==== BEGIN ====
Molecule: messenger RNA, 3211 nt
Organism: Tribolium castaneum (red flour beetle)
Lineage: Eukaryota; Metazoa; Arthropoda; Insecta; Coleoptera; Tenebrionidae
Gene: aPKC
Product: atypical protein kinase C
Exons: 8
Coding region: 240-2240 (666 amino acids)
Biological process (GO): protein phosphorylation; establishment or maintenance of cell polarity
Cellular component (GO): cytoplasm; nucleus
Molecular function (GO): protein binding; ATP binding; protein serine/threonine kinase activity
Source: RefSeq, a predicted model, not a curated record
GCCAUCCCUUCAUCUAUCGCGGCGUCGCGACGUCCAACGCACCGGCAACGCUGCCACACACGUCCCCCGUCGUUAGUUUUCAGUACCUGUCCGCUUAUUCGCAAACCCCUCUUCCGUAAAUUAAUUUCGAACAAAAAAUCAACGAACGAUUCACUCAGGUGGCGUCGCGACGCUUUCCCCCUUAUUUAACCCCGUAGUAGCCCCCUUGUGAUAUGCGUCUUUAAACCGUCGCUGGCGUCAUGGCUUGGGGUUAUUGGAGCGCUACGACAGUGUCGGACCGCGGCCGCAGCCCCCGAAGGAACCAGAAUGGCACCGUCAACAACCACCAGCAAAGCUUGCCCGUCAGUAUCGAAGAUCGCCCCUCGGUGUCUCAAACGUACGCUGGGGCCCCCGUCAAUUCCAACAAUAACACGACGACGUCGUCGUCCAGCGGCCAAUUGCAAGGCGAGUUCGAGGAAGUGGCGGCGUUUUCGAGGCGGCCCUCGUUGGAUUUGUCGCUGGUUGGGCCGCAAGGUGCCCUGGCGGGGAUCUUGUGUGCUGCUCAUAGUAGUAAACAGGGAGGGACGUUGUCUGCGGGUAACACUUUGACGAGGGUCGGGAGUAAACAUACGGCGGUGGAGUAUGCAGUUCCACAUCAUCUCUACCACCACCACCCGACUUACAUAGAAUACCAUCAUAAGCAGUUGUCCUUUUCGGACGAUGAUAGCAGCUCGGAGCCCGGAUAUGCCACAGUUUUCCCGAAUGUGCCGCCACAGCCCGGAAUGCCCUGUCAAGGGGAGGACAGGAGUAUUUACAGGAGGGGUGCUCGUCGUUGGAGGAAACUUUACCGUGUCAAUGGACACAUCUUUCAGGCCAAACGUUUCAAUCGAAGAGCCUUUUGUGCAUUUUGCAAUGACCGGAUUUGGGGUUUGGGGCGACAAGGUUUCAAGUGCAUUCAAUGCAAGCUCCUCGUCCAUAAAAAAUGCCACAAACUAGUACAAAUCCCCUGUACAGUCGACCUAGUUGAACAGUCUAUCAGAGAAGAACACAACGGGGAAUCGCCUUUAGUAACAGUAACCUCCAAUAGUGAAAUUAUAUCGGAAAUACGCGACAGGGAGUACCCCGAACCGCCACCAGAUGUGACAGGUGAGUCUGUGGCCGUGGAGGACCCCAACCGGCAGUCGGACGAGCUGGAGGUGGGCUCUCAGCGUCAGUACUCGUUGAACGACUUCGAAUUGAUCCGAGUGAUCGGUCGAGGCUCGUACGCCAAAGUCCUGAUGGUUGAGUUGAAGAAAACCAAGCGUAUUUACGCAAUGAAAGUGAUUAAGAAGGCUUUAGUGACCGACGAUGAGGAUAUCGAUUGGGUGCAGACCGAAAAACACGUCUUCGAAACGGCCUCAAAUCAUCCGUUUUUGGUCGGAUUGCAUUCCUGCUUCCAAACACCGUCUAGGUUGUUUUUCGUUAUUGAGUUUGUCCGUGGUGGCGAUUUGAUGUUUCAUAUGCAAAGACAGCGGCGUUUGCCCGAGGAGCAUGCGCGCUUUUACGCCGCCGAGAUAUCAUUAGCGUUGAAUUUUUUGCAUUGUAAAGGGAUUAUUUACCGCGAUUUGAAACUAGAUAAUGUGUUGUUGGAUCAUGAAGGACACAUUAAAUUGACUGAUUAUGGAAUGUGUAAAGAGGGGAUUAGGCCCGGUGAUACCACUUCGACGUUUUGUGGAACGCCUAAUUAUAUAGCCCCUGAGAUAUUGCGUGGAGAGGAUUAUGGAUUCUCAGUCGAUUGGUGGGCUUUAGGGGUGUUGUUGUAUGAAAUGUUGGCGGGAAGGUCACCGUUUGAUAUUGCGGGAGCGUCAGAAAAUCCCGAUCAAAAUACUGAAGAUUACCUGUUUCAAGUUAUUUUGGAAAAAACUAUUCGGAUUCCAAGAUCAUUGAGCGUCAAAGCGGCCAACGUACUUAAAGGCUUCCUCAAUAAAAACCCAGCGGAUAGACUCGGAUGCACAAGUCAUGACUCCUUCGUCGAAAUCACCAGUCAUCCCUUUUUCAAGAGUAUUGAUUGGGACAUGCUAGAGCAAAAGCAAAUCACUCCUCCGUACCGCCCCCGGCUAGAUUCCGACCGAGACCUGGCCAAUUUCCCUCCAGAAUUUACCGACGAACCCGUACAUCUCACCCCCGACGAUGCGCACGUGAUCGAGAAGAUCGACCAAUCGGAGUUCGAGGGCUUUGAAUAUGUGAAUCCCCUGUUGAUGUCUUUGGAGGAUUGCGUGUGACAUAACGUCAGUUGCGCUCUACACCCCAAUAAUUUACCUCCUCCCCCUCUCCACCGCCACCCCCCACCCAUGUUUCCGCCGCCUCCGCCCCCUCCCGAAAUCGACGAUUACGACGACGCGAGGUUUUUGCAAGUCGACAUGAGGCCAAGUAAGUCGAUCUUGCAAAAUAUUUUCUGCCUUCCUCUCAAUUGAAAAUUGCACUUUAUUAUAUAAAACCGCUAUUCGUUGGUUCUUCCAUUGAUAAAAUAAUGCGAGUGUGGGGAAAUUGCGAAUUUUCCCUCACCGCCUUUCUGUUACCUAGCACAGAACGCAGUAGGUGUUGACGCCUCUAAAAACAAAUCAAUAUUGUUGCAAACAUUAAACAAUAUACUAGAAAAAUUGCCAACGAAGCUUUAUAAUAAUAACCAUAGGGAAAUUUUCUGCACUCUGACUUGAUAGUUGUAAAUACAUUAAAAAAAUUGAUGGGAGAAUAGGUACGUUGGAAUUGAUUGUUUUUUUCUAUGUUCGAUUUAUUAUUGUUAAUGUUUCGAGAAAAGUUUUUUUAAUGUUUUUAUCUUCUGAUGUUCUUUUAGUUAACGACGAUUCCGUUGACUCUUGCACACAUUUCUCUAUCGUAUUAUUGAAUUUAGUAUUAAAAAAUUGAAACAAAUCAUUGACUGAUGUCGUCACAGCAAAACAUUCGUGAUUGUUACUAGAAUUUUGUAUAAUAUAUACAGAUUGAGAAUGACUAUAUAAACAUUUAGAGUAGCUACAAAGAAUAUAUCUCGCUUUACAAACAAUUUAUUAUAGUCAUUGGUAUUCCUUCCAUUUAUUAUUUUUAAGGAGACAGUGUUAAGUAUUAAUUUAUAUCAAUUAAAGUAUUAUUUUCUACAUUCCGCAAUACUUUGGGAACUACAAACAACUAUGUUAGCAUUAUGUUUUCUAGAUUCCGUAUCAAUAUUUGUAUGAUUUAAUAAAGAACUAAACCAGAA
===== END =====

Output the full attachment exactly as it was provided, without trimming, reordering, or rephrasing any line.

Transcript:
Molecule: messenger RNA, 3211 nt
Organism: Tribolium castaneum (red flour beetle)
Lineage: Eukaryota; Metazoa; Arthropoda; Insecta; Coleoptera; Tenebrionidae
Gene: aPKC
Product: atypical protein kinase C
Exons: 8
Coding region: 240-2240 (666 amino acids)
Biological process (GO): protein phosphorylation; establishment or maintenance of cell polarity
Cellular component (GO): cytoplasm; nucleus
Molecular function (GO): protein binding; ATP binding; protein serine/threonine kinase activity
Source: RefSeq, a predicted model, not a curated record
GCCAUCCCUUCAUCUAUCGCGGCGUCGCGACGUCCAACGCACCGGCAACGCUGCCACACACGUCCCCCGUCGUUAGUUUUCAGUACCUGUCCGCUUAUUCGCAAACCCCUCUUCCGUAAAUUAAUUUCGAACAAAAAAUCAACGAACGAUUCACUCAGGUGGCGUCGCGACGCUUUCCCCCUUAUUUAACCCCGUAGUAGCCCCCUUGUGAUAUGCGUCUUUAAACCGUCGCUGGCGUCAUGGCUUGGGGUUAUUGGAGCGCUACGACAGUGUCGGACCGCGGCCGCAGCCCCCGAAGGAACCAGAAUGGCACCGUCAACAACCACCAGCAAAGCUUGCCCGUCAGUAUCGAAGAUCGCCCCUCGGUGUCUCAAACGUACGCUGGGGCCCCCGUCAAUUCCAACAAUAACACGACGACGUCGUCGUCCAGCGGCCAAUUGCAAGGCGAGUUCGAGGAAGUGGCGGCGUUUUCGAGGCGGCCCUCGUUGGAUUUGUCGCUGGUUGGGCCGCAAGGUGCCCUGGCGGGGAUCUUGUGUGCUGCUCAUAGUAGUAAACAGGGAGGGACGUUGUCUGCGGGUAACACUUUGACGAGGGUCGGGAGUAAACAUACGGCGGUGGAGUAUGCAGUUCCACAUCAUCUCUACCACCACCACCCGACUUACAUAGAAUACCAUCAUAAGCAGUUGUCCUUUUCGGACGAUGAUAGCAGCUCGGAGCCCGGAUAUGCCACAGUUUUCCCGAAUGUGCCGCCACAGCCCGGAAUGCCCUGUCAAGGGGAGGACAGGAGUAUUUACAGGAGGGGUGCUCGUCGUUGGAGGAAACUUUACCGUGUCAAUGGACACAUCUUUCAGGCCAAACGUUUCAAUCGAAGAGCCUUUUGUGCAUUUUGCAAUGACCGGAUUUGGGGUUUGGGGCGACAAGGUUUCAAGUGCAUUCAAUGCAAGCUCCUCGUCCAUAAAAAAUGCCACAAACUAGUACAAAUCCCCUGUACAGUCGACCUAGUUGAACAGUCUAUCAGAGAAGAACACAACGGGGAAUCGCCUUUAGUAACAGUAACCUCCAAUAGUGAAAUUAUAUCGGAAAUACGCGACAGGGAGUACCCCGAACCGCCACCAGAUGUGACAGGUGAGUCUGUGGCCGUGGAGGACCCCAACCGGCAGUCGGACGAGCUGGAGGUGGGCUCUCAGCGUCAGUACUCGUUGAACGACUUCGAAUUGAUCCGAGUGAUCGGUCGAGGCUCGUACGCCAAAGUCCUGAUGGUUGAGUUGAAGAAAACCAAGCGUAUUUACGCAAUGAAAGUGAUUAAGAAGGCUUUAGUGACCGACGAUGAGGAUAUCGAUUGGGUGCAGACCGAAAAACACGUCUUCGAAACGGCCUCAAAUCAUCCGUUUUUGGUCGGAUUGCAUUCCUGCUUCCAAACACCGUCUAGGUUGUUUUUCGUUAUUGAGUUUGUCCGUGGUGGCGAUUUGAUGUUUCAUAUGCAAAGACAGCGGCGUUUGCCCGAGGAGCAUGCGCGCUUUUACGCCGCCGAGAUAUCAUUAGCGUUGAAUUUUUUGCAUUGUAAAGGGAUUAUUUACCGCGAUUUGAAACUAGAUAAUGUGUUGUUGGAUCAUGAAGGACACAUUAAAUUGACUGAUUAUGGAAUGUGUAAAGAGGGGAUUAGGCCCGGUGAUACCACUUCGACGUUUUGUGGAACGCCUAAUUAUAUAGCCCCUGAGAUAUUGCGUGGAGAGGAUUAUGGAUUCUCAGUCGAUUGGUGGGCUUUAGGGGUGUUGUUGUAUGAAAUGUUGGCGGGAAGGUCACCGUUUGAUAUUGCGGGAGCGUCAGAAAAUCCCGAUCAAAAUACUGAAGAUUACCUGUUUCAAGUUAUUUUGGAAAAAACUAUUCGGAUUCCAAGAUCAUUGAGCGUCAAAGCGGCCAACGUACUUAAAGGCUUCCUCAAUAAAAACCCAGCGGAUAGACUCGGAUGCACAAGUCAUGACUCCUUCGUCGAAAUCACCAGUCAUCCCUUUUUCAAGAGUAUUGAUUGGGACAUGCUAGAGCAAAAGCAAAUCACUCCUCCGUACCGCCCCCGGCUAGAUUCCGACCGAGACCUGGCCAAUUUCCCUCCAGAAUUUACCGACGAACCCGUACAUCUCACCCCCGACGAUGCGCACGUGAUCGAGAAGAUCGACCAAUCGGAGUUCGAGGGCUUUGAAUAUGUGAAUCCCCUGUUGAUGUCUUUGGAGGAUUGCGUGUGACAUAACGUCAGUUGCGCUCUACACCCCAAUAAUUUACCUCCUCCCCCUCUCCACCGCCACCCCCCACCCAUGUUUCCGCCGCCUCCGCCCCCUCCCGAAAUCGACGAUUACGACGACGCGAGGUUUUUGCAAGUCGACAUGAGGCCAAGUAAGUCGAUCUUGCAAAAUAUUUUCUGCCUUCCUCUCAAUUGAAAAUUGCACUUUAUUAUAUAAAACCGCUAUUCGUUGGUUCUUCCAUUGAUAAAAUAAUGCGAGUGUGGGGAAAUUGCGAAUUUUCCCUCACCGCCUUUCUGUUACCUAGCACAGAACGCAGUAGGUGUUGACGCCUCUAAAAACAAAUCAAUAUUGUUGCAAACAUUAAACAAUAUACUAGAAAAAUUGCCAACGAAGCUUUAUAAUAAUAACCAUAGGGAAAUUUUCUGCACUCUGACUUGAUAGUUGUAAAUACAUUAAAAAAAUUGAUGGGAGAAUAGGUACGUUGGAAUUGAUUGUUUUUUUCUAUGUUCGAUUUAUUAUUGUUAAUGUUUCGAGAAAAGUUUUUUUAAUGUUUUUAUCUUCUGAUGUUCUUUUAGUUAACGACGAUUCCGUUGACUCUUGCACACAUUUCUCUAUCGUAUUAUUGAAUUUAGUAUUAAAAAAUUGAAACAAAUCAUUGACUGAUGUCGUCACAGCAAAACAUUCGUGAUUGUUACUAGAAUUUUGUAUAAUAUAUACAGAUUGAGAAUGACUAUAUAAACAUUUAGAGUAGCUACAAAGAAUAUAUCUCGCUUUACAAACAAUUUAUUAUAGUCAUUGGUAUUCCUUCCAUUUAUUAUUUUUAAGGAGACAGUGUUAAGUAUUAAUUUAUAUCAAUUAAAGUAUUAUUUUCUACAUUCCGCAAUACUUUGGGAACUACAAACAACUAUGUUAGCAUUAUGUUUUCUAGAUUCCGUAUCAAUAUUUGUAUGAUUUAAUAAAGAACUAAACCAGAA